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Letter: Speak up about discrimination

In March 2011, at the Carroll Arts Center, two women preceded us entering the theater to see the Carroll Players' presentation of "The Amorous Ambassador."

The first woman asked the ticket-taker for an assistive listening device (ALD). The ticket-taker replied that they do not work because the actors do not have microphones. In a louder voice, the second woman told the first: "They don't have any more." The first woman apparently accepted that, took a seat and sat in silence.

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I could have intervened. I had no legal right to complain on her behalf, but I could have encouraged her to file a complaint. I did not.

I hoped she would take action. In my heart I knew that she would not. Less than 1 percent of those with disabilities file such discrimination complaints. I know this. I have had a mobility disability for 66 years and have been an accessibility activist for 35 years.

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We have learned to be ashamed of our disabilities. We are trained not to fuss, to be conciliatory, to accept what others tell us are "minor inconveniences."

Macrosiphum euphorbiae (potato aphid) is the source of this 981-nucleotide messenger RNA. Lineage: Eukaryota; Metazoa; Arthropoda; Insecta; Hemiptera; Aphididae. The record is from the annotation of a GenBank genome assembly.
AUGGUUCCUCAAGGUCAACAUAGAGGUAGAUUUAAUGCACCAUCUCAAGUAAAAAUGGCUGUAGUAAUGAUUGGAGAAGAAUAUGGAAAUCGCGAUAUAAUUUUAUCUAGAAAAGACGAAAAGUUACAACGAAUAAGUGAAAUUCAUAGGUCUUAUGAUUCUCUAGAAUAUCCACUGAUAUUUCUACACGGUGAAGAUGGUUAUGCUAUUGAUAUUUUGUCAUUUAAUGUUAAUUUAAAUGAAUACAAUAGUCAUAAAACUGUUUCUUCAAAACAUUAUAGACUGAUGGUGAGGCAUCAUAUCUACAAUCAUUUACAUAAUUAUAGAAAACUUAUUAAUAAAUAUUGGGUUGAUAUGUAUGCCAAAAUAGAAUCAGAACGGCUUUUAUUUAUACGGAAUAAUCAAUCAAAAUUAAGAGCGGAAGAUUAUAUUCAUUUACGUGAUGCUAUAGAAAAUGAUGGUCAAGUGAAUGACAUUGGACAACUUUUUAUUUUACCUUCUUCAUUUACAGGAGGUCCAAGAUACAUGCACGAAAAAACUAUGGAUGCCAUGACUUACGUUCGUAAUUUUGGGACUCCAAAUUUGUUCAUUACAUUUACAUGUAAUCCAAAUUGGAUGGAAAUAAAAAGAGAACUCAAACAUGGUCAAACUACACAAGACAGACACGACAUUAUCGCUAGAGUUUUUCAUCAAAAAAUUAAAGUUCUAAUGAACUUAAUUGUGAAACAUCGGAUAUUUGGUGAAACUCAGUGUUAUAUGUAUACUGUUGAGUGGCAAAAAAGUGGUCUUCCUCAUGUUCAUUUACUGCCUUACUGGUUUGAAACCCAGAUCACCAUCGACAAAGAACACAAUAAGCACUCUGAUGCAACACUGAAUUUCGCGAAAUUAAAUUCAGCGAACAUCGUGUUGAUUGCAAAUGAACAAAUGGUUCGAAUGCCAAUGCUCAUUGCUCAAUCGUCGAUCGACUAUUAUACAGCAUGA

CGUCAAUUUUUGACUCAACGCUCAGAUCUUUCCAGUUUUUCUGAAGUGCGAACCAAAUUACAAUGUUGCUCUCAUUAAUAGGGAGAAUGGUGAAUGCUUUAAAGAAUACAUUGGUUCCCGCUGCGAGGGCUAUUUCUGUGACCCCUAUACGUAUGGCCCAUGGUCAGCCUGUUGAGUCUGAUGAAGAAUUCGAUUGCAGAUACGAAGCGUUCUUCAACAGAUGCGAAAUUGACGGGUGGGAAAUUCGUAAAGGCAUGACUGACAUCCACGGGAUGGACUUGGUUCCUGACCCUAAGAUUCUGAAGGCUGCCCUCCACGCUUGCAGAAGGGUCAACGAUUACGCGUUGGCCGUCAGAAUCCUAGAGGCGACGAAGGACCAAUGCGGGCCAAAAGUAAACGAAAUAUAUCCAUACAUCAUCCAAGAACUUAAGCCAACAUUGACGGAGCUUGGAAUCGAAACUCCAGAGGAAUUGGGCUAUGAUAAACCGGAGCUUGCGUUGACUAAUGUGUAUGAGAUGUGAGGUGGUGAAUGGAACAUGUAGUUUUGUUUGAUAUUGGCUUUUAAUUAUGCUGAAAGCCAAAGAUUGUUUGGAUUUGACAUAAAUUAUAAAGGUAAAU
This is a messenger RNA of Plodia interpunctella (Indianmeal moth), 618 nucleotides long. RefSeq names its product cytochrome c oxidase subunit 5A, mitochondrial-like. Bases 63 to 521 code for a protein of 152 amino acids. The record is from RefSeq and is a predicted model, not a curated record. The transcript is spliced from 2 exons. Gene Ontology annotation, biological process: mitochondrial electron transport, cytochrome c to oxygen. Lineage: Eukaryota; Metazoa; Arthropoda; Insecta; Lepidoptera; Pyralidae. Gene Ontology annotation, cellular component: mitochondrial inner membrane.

This week I described for CCAC Director Sandy Oxx the discrimination I observed. My own age-related hearing loss now requires an ALD. If I experience discrimination at the upcoming Carroll Player's performance, I will file legal complaints with the National Endowment for the Arts and the Maryland State Arts Council (funding agencies) against the Carroll commissioners, CCAC and The Carroll Players.

Oxx responded to my email: "Area mics are in place to capture actors' voices and enable use of assistive listening devices."

I maintain this remedy is not enough. This woman and others denied ALDs are owed public apologies: From the ticket-taker, cavalier about such discrimination; from The Carroll Players for ignoring moral and legal responsibilities; from CCAC for non-compliance; and from the commissioners for failure to ensure pro-active compliance with the Americans with Disabilities Act (and not simply wait for complaints).

And my apology as well.

I encourage those experiencing discrimination to fuss, to confront, to insist, and never again sit in silence.

Marilynn J. Phillips

Hampstead

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